Anadarko agreed to the settlement in exchange for a complete release of all claims against Kerr-McGee, now a subsidiary. The agreement represents a principal sum of about $3.98 billion and 6% interest from the filing of the complaint in May 2009. Federal officials also agreed to provide contribution protection from third-party claims seeking reimbursement from Kerr-McGee at more than 4,000 sites covered by the covenants.
A global settlement with the State of Louisiana and parishes in the Coastal Zone for damage to Louisiana’s coastal wetlands by the oil and gas industry could provide a similar degree of economic certainty for the industry. A very large liability overhang could be removed from the the industry going forward if a settlement could be reached that was both fair and removed industry liability for any claims of wetlands loss going forward (provided, of course, the industry operated by the rules going forward).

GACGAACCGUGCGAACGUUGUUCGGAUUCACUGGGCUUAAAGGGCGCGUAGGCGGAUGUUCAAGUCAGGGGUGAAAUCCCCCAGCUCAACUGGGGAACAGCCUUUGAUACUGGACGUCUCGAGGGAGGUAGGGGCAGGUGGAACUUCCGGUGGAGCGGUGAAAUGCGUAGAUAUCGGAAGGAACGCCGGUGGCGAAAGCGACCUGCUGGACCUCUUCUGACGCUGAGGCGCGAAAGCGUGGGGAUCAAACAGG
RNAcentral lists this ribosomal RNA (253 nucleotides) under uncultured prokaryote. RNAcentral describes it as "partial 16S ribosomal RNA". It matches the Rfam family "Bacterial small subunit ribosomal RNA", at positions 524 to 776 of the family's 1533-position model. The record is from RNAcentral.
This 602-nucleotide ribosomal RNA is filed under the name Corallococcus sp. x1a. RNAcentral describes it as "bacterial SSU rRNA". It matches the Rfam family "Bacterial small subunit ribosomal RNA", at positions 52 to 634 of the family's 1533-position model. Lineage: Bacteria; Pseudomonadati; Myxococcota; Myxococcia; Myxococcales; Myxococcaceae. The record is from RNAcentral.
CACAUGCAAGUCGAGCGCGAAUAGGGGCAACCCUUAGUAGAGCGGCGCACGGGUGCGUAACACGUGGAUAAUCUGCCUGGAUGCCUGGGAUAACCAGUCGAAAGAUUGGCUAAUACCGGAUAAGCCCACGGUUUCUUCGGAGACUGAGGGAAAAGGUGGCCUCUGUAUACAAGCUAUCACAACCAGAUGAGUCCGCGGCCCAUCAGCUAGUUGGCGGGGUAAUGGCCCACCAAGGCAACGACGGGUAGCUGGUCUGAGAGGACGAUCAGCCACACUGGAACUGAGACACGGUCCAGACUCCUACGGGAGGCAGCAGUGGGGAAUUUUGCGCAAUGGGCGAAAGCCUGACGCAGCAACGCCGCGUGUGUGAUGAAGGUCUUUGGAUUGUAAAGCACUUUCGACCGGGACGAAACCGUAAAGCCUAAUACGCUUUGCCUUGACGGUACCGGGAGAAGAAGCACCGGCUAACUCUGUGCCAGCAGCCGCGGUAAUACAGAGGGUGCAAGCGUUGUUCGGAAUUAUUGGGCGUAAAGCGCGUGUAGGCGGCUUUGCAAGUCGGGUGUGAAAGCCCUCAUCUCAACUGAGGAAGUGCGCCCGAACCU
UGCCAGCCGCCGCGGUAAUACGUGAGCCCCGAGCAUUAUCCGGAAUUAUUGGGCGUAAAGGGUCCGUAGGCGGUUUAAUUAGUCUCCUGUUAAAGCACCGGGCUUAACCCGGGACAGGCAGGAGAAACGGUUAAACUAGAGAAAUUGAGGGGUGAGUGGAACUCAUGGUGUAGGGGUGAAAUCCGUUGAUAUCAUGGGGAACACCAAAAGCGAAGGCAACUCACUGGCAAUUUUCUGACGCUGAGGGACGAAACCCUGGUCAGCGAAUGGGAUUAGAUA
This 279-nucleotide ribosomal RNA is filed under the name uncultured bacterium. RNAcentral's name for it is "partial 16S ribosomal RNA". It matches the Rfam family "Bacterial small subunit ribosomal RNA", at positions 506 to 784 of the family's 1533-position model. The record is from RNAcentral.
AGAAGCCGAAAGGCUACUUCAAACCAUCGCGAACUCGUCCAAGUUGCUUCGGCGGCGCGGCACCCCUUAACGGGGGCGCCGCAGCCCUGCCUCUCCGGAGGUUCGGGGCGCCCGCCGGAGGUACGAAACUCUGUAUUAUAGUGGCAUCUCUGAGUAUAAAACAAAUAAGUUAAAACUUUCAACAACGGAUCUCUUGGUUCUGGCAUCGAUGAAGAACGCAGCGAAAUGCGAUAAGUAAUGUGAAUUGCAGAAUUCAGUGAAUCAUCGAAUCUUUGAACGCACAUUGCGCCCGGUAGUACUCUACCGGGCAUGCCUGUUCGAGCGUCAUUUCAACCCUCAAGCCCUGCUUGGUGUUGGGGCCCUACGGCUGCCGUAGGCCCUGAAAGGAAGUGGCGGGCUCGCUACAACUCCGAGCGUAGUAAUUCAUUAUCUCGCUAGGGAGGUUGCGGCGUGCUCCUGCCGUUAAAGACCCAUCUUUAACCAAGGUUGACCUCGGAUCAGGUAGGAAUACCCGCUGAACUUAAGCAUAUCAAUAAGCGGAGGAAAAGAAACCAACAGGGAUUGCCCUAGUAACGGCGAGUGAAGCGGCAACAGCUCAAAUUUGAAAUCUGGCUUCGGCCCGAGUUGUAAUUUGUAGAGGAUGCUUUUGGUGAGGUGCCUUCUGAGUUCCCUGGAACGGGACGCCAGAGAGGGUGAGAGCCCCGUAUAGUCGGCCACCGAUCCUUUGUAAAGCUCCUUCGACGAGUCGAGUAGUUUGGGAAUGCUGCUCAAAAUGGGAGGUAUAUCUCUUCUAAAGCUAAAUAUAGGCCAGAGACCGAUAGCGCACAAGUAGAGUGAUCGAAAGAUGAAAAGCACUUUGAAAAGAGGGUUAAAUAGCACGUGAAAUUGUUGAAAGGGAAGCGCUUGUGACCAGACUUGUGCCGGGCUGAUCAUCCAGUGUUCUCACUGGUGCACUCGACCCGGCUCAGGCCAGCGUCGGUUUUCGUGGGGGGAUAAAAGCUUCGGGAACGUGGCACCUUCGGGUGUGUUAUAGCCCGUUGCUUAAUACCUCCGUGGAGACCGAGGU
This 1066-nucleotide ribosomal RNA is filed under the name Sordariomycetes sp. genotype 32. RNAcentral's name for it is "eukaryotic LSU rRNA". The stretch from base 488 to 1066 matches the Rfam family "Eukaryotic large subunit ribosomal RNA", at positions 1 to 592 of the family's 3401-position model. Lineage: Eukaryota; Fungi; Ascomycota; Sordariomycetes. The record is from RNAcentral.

How big is that liability overhang? Look no further than the Coastal Protection and Restoration Authority‘s Coastal Master Plan to get an idea. The 2012 version of that plan (now in the process of being revised for 2017) carried a price tag of about $50 Billion. Mark Davis of Tulane Institute on Water Resources Law & Policy produced a report last year that pegged the price tag considerably higher due to inflation and other costs that would accrue over the 50-year life of the first phase of the plan. Davis’ report pegged the cost at closer to $91 Billion.
Various studies — most of which the oil and gas industry participated in researching and producing — put industry’s impact on coastal wetlands loss at between 35% and 70%, depending on the area in question.